“The conservation of the Sumatran rhinoceros was a cause close to our hearts, and we only took a step back when the federal government stepped in with funds to conserve the species. However, we have never stopped monitoring the situation.

“It was a race against time to save the species that was in the twilight of existence and we spared no efforts to continuously look for ways to save the species. There were many setbacks along the way, but we had harboured hope that the efforts to collect oocytes from the rhinos, and an effective collaboration with Indonesia would make a difference in the species’ conservation,” she added.

She said international experts were also dedicated to the cause, with several experts from Europe and United States periodically flying in to Sabah, some with YSD support, and provided critical contribution towards the rhino breeding programme, she added.

Many of these global experts and stakeholders converged at the Sumatran Rhino Crisis Summit in Singapore in 2013 to review existing conservation strategies, identify key actions and develop a new global conservation plan to prevent the species’ extinction.

“The emotions of those in attendance during the summit were palpable as they knew that the situation was at a critical juncture and that they may lose the battle to save the species if effective actions were not taken early enough, and more challenges emerged. However, they carried on and worked tirelessly to draw up plans and strategies towards the conservation of the species,” she said.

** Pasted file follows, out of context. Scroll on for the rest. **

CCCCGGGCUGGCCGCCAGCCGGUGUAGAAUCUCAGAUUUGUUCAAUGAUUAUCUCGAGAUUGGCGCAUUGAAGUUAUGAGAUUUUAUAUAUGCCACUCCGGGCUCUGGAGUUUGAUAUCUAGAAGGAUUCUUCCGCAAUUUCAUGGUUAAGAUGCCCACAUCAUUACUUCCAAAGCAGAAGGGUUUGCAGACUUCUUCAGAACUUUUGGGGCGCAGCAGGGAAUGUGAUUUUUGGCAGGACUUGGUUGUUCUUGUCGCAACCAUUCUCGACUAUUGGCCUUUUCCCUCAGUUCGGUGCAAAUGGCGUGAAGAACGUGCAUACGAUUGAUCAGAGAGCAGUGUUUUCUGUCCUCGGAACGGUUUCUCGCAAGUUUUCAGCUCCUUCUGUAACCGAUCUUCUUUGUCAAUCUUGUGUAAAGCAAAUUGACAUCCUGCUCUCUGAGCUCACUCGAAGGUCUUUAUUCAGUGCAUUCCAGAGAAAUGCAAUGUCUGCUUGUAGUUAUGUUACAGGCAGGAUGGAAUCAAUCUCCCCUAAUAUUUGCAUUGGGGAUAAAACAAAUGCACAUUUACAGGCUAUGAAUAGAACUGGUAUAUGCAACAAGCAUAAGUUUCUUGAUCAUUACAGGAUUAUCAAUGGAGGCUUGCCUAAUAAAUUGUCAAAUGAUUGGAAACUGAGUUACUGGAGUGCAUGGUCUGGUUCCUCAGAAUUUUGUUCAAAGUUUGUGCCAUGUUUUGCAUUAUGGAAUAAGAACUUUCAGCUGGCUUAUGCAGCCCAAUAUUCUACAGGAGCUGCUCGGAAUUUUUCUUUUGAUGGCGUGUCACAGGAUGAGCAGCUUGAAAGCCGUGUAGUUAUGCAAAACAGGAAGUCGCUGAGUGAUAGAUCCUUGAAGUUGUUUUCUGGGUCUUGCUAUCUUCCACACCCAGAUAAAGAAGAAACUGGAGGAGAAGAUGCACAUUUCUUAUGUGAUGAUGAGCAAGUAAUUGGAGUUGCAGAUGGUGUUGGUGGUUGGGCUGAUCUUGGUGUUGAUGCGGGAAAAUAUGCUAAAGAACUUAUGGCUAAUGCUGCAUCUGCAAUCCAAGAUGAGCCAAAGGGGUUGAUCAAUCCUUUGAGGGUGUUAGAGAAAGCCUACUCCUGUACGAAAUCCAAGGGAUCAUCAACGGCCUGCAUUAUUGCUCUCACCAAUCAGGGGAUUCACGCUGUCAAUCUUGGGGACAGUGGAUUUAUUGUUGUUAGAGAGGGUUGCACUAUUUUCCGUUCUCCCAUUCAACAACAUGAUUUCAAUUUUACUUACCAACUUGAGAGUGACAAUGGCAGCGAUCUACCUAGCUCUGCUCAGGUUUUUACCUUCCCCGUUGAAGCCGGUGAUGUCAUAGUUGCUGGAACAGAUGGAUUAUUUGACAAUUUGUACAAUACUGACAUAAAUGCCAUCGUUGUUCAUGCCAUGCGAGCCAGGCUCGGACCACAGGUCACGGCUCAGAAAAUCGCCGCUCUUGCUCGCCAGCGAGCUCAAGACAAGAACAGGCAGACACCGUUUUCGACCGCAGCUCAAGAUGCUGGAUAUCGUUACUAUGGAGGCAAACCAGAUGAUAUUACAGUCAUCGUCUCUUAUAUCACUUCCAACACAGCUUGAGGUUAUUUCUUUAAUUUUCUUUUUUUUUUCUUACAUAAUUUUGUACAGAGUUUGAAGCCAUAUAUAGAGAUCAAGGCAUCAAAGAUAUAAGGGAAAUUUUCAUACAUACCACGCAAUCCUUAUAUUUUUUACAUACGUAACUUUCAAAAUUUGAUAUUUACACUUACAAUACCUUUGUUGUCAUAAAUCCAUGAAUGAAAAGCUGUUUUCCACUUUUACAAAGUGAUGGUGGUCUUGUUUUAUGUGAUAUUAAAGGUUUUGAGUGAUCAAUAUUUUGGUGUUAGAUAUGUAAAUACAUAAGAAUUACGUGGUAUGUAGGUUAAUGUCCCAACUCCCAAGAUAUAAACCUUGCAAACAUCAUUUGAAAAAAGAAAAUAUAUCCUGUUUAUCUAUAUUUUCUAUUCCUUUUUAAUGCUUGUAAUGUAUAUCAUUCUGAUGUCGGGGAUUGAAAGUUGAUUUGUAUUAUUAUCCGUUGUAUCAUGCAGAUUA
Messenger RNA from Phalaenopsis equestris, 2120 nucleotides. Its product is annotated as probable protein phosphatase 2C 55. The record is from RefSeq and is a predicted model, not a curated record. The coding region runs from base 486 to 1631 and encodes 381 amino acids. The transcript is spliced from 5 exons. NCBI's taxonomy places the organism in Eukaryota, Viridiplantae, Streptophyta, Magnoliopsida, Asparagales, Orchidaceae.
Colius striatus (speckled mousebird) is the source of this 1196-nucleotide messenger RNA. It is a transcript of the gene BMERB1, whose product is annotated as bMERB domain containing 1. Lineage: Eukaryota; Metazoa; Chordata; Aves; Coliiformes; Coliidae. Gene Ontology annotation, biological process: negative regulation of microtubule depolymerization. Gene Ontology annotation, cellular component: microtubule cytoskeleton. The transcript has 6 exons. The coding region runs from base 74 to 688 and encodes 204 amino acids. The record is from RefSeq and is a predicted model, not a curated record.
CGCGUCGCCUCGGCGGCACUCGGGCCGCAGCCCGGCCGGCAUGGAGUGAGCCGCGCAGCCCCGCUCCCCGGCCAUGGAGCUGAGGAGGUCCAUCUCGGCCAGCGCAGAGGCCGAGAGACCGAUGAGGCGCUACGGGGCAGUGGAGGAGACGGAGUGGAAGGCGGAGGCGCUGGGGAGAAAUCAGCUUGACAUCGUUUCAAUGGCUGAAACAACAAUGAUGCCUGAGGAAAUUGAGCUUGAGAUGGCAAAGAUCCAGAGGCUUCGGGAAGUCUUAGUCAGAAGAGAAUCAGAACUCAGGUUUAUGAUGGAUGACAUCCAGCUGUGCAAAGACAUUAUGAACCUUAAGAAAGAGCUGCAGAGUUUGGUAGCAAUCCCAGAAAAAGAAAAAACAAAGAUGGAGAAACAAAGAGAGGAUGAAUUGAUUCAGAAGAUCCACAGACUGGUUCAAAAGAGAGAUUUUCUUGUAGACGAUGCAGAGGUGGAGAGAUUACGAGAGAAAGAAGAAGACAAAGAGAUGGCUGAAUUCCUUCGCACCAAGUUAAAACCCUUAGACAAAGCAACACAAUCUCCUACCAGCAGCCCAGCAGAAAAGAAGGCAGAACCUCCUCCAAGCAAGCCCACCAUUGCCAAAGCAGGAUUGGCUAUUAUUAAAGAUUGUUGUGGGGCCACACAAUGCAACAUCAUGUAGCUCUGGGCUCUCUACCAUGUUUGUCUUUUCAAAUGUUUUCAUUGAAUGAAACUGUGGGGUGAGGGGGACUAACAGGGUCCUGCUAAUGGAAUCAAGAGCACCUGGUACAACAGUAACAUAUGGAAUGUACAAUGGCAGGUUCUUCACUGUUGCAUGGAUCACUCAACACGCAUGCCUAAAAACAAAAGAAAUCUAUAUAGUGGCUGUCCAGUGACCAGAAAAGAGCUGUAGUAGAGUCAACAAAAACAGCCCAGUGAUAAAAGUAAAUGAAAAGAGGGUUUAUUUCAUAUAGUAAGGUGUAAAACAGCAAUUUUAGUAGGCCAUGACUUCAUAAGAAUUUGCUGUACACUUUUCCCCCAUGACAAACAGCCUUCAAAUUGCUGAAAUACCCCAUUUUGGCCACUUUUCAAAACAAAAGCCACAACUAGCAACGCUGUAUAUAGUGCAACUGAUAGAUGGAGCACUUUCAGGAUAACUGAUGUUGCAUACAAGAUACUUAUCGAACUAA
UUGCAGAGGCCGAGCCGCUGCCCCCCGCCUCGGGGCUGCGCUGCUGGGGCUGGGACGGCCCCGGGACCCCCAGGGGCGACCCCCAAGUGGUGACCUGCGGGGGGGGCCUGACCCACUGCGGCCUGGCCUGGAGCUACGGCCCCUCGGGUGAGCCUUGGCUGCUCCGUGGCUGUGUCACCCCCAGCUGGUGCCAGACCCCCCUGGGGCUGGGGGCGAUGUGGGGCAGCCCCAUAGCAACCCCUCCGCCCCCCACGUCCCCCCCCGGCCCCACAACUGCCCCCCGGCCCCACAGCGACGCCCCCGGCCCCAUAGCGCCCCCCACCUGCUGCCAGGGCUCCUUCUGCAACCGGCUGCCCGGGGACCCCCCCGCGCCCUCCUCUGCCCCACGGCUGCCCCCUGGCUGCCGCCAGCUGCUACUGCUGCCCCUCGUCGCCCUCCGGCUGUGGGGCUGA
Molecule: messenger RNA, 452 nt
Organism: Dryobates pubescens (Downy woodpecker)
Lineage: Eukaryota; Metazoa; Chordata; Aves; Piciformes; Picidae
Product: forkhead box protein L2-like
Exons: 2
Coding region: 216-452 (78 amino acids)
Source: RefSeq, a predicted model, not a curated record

“We would like to thank all of them for their tireless commitment towards trying to save the species. We would especially like to thank Borneo Rhino Alliance (BORA) team, headed by Executive Director Dr John Payne, as well as BORA veterinarian Dr Zainal Zainuddin who has been ardently caring for Tam and the other rhinos in the sanctuary,” she added.

Sadly, Gelugob passed away in January 2014 due to old age. She was moved out of the Borneo Rhino Sanctuary to Lok Kawi Wildlife Park the year before, to serve as an ambassador for Sumatran rhino conservation efforts.

Two years ago, one of the last two female Sumatran rhinos in Malaysia, Puntung, passed away after being euthanised, following her rapid deterioration due to a squamous cell carcinoma in her left cheek.

Tun Musa Hitam, who was YSD Chairman at the time, said Puntung’s death should serve as a lesson for all, saying stakeholders involved in conserving the species should reflect on the situation facing the Sumatran rhinoceros.

Currently, the Borneo Rhino Sanctuary is caring for Malaysia’s last remaining Sumatran rhino – Iman.

Since 2009, YSD has committed RM140.2 million towards the protection of high conservation value ecosystems, vulnerable and endangered species as well as initiatives promoting the preservation of the environment and biodiversity.


 
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Last Updated:
30 May 2019